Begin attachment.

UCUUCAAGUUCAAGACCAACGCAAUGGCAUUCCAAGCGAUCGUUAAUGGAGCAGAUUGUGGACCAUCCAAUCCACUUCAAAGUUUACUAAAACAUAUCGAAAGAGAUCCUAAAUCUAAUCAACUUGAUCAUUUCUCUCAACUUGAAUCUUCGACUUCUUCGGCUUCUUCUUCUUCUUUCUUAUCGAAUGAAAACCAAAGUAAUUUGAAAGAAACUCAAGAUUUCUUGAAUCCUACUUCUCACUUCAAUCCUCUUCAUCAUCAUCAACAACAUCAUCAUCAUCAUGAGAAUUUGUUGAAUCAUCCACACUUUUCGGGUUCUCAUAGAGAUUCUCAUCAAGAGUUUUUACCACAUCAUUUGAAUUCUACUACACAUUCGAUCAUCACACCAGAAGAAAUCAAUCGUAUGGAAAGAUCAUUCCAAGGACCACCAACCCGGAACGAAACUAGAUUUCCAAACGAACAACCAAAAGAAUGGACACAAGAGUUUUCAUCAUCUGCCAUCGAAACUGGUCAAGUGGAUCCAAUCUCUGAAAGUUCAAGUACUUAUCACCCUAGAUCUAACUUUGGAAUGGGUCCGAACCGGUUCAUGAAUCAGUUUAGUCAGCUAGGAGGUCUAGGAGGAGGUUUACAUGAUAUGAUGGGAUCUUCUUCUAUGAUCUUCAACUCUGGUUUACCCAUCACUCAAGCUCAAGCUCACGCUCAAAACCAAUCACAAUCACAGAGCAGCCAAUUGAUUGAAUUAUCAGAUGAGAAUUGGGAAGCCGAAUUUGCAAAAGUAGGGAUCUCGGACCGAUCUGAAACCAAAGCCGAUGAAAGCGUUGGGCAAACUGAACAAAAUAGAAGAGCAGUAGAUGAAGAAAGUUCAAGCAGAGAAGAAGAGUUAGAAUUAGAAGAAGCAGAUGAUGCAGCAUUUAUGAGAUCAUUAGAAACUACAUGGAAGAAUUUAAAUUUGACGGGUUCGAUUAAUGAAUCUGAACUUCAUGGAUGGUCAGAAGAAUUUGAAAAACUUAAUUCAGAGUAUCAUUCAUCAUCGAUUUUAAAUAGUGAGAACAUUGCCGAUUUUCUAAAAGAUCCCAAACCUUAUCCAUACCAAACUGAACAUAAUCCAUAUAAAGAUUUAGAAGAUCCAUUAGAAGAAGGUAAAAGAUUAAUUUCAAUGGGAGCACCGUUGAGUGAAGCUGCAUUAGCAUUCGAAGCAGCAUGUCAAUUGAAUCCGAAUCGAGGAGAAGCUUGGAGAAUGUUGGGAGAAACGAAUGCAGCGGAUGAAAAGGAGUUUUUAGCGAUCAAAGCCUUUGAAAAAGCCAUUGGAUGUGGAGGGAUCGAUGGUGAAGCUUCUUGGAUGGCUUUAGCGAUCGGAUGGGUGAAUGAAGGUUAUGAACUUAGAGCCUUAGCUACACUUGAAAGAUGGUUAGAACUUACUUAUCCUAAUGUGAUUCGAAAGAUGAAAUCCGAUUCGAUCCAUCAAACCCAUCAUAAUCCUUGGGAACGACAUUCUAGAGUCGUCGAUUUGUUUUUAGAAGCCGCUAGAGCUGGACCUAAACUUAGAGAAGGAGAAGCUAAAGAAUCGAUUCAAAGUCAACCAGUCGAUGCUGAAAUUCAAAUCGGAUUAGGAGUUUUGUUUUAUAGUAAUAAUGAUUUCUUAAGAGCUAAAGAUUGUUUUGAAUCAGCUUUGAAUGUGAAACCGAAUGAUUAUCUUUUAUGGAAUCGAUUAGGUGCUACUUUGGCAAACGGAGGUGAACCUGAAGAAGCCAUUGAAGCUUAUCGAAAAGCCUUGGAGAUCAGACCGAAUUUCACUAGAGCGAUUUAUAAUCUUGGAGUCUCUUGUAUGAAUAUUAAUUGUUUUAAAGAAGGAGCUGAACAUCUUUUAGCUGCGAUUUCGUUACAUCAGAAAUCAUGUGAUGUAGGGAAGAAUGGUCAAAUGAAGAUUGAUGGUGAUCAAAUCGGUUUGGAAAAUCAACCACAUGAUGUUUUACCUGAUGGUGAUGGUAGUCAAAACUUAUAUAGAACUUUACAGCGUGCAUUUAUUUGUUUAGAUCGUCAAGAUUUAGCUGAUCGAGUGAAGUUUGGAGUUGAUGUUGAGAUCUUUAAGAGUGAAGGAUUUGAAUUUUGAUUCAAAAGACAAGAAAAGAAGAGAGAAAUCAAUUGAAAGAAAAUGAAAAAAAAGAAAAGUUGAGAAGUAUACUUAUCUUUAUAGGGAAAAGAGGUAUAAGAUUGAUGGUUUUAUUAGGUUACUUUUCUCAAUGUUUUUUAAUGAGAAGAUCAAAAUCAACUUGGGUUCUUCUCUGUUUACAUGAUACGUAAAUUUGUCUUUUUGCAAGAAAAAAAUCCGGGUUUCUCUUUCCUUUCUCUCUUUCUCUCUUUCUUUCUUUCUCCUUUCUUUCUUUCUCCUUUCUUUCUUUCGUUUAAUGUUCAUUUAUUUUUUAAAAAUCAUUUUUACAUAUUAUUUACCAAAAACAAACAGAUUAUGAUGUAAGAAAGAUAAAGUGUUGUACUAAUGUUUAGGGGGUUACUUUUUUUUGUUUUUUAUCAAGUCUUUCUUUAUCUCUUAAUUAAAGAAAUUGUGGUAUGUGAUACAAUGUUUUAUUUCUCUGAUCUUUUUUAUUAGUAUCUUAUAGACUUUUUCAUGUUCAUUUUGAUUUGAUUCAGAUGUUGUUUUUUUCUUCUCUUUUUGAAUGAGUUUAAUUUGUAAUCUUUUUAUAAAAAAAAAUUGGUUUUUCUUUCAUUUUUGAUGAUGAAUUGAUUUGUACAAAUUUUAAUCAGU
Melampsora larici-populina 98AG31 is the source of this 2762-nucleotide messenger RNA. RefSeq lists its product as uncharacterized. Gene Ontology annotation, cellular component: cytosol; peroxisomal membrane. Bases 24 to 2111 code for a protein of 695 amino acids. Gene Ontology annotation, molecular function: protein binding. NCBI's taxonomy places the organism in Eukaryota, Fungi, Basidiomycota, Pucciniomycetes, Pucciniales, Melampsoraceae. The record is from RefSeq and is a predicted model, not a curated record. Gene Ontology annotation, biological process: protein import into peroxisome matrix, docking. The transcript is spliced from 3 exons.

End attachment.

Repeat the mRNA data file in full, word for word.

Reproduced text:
UCUUCAAGUUCAAGACCAACGCAAUGGCAUUCCAAGCGAUCGUUAAUGGAGCAGAUUGUGGACCAUCCAAUCCACUUCAAAGUUUACUAAAACAUAUCGAAAGAGAUCCUAAAUCUAAUCAACUUGAUCAUUUCUCUCAACUUGAAUCUUCGACUUCUUCGGCUUCUUCUUCUUCUUUCUUAUCGAAUGAAAACCAAAGUAAUUUGAAAGAAACUCAAGAUUUCUUGAAUCCUACUUCUCACUUCAAUCCUCUUCAUCAUCAUCAACAACAUCAUCAUCAUCAUGAGAAUUUGUUGAAUCAUCCACACUUUUCGGGUUCUCAUAGAGAUUCUCAUCAAGAGUUUUUACCACAUCAUUUGAAUUCUACUACACAUUCGAUCAUCACACCAGAAGAAAUCAAUCGUAUGGAAAGAUCAUUCCAAGGACCACCAACCCGGAACGAAACUAGAUUUCCAAACGAACAACCAAAAGAAUGGACACAAGAGUUUUCAUCAUCUGCCAUCGAAACUGGUCAAGUGGAUCCAAUCUCUGAAAGUUCAAGUACUUAUCACCCUAGAUCUAACUUUGGAAUGGGUCCGAACCGGUUCAUGAAUCAGUUUAGUCAGCUAGGAGGUCUAGGAGGAGGUUUACAUGAUAUGAUGGGAUCUUCUUCUAUGAUCUUCAACUCUGGUUUACCCAUCACUCAAGCUCAAGCUCACGCUCAAAACCAAUCACAAUCACAGAGCAGCCAAUUGAUUGAAUUAUCAGAUGAGAAUUGGGAAGCCGAAUUUGCAAAAGUAGGGAUCUCGGACCGAUCUGAAACCAAAGCCGAUGAAAGCGUUGGGCAAACUGAACAAAAUAGAAGAGCAGUAGAUGAAGAAAGUUCAAGCAGAGAAGAAGAGUUAGAAUUAGAAGAAGCAGAUGAUGCAGCAUUUAUGAGAUCAUUAGAAACUACAUGGAAGAAUUUAAAUUUGACGGGUUCGAUUAAUGAAUCUGAACUUCAUGGAUGGUCAGAAGAAUUUGAAAAACUUAAUUCAGAGUAUCAUUCAUCAUCGAUUUUAAAUAGUGAGAACAUUGCCGAUUUUCUAAAAGAUCCCAAACCUUAUCCAUACCAAACUGAACAUAAUCCAUAUAAAGAUUUAGAAGAUCCAUUAGAAGAAGGUAAAAGAUUAAUUUCAAUGGGAGCACCGUUGAGUGAAGCUGCAUUAGCAUUCGAAGCAGCAUGUCAAUUGAAUCCGAAUCGAGGAGAAGCUUGGAGAAUGUUGGGAGAAACGAAUGCAGCGGAUGAAAAGGAGUUUUUAGCGAUCAAAGCCUUUGAAAAAGCCAUUGGAUGUGGAGGGAUCGAUGGUGAAGCUUCUUGGAUGGCUUUAGCGAUCGGAUGGGUGAAUGAAGGUUAUGAACUUAGAGCCUUAGCUACACUUGAAAGAUGGUUAGAACUUACUUAUCCUAAUGUGAUUCGAAAGAUGAAAUCCGAUUCGAUCCAUCAAACCCAUCAUAAUCCUUGGGAACGACAUUCUAGAGUCGUCGAUUUGUUUUUAGAAGCCGCUAGAGCUGGACCUAAACUUAGAGAAGGAGAAGCUAAAGAAUCGAUUCAAAGUCAACCAGUCGAUGCUGAAAUUCAAAUCGGAUUAGGAGUUUUGUUUUAUAGUAAUAAUGAUUUCUUAAGAGCUAAAGAUUGUUUUGAAUCAGCUUUGAAUGUGAAACCGAAUGAUUAUCUUUUAUGGAAUCGAUUAGGUGCUACUUUGGCAAACGGAGGUGAACCUGAAGAAGCCAUUGAAGCUUAUCGAAAAGCCUUGGAGAUCAGACCGAAUUUCACUAGAGCGAUUUAUAAUCUUGGAGUCUCUUGUAUGAAUAUUAAUUGUUUUAAAGAAGGAGCUGAACAUCUUUUAGCUGCGAUUUCGUUACAUCAGAAAUCAUGUGAUGUAGGGAAGAAUGGUCAAAUGAAGAUUGAUGGUGAUCAAAUCGGUUUGGAAAAUCAACCACAUGAUGUUUUACCUGAUGGUGAUGGUAGUCAAAACUUAUAUAGAACUUUACAGCGUGCAUUUAUUUGUUUAGAUCGUCAAGAUUUAGCUGAUCGAGUGAAGUUUGGAGUUGAUGUUGAGAUCUUUAAGAGUGAAGGAUUUGAAUUUUGAUUCAAAAGACAAGAAAAGAAGAGAGAAAUCAAUUGAAAGAAAAUGAAAAAAAAGAAAAGUUGAGAAGUAUACUUAUCUUUAUAGGGAAAAGAGGUAUAAGAUUGAUGGUUUUAUUAGGUUACUUUUCUCAAUGUUUUUUAAUGAGAAGAUCAAAAUCAACUUGGGUUCUUCUCUGUUUACAUGAUACGUAAAUUUGUCUUUUUGCAAGAAAAAAAUCCGGGUUUCUCUUUCCUUUCUCUCUUUCUCUCUUUCUUUCUUUCUCCUUUCUUUCUUUCUCCUUUCUUUCUUUCGUUUAAUGUUCAUUUAUUUUUUAAAAAUCAUUUUUACAUAUUAUUUACCAAAAACAAACAGAUUAUGAUGUAAGAAAGAUAAAGUGUUGUACUAAUGUUUAGGGGGUUACUUUUUUUUGUUUUUUAUCAAGUCUUUCUUUAUCUCUUAAUUAAAGAAAUUGUGGUAUGUGAUACAAUGUUUUAUUUCUCUGAUCUUUUUUAUUAGUAUCUUAUAGACUUUUUCAUGUUCAUUUUGAUUUGAUUCAGAUGUUGUUUUUUUCUUCUCUUUUUGAAUGAGUUUAAUUUGUAAUCUUUUUAUAAAAAAAAAUUGGUUUUUCUUUCAUUUUUGAUGAUGAAUUGAUUUGUACAAAUUUUAAUCAGU
Melampsora larici-populina 98AG31 is the source of this 2762-nucleotide messenger RNA. RefSeq lists its product as uncharacterized. Gene Ontology annotation, cellular component: cytosol; peroxisomal membrane. Bases 24 to 2111 code for a protein of 695 amino acids. Gene Ontology annotation, molecular function: protein binding. NCBI's taxonomy places the organism in Eukaryota, Fungi, Basidiomycota, Pucciniomycetes, Pucciniales, Melampsoraceae. The record is from RefSeq and is a predicted model, not a curated record. Gene Ontology annotation, biological process: protein import into peroxisome matrix, docking. The transcript is spliced from 3 exons.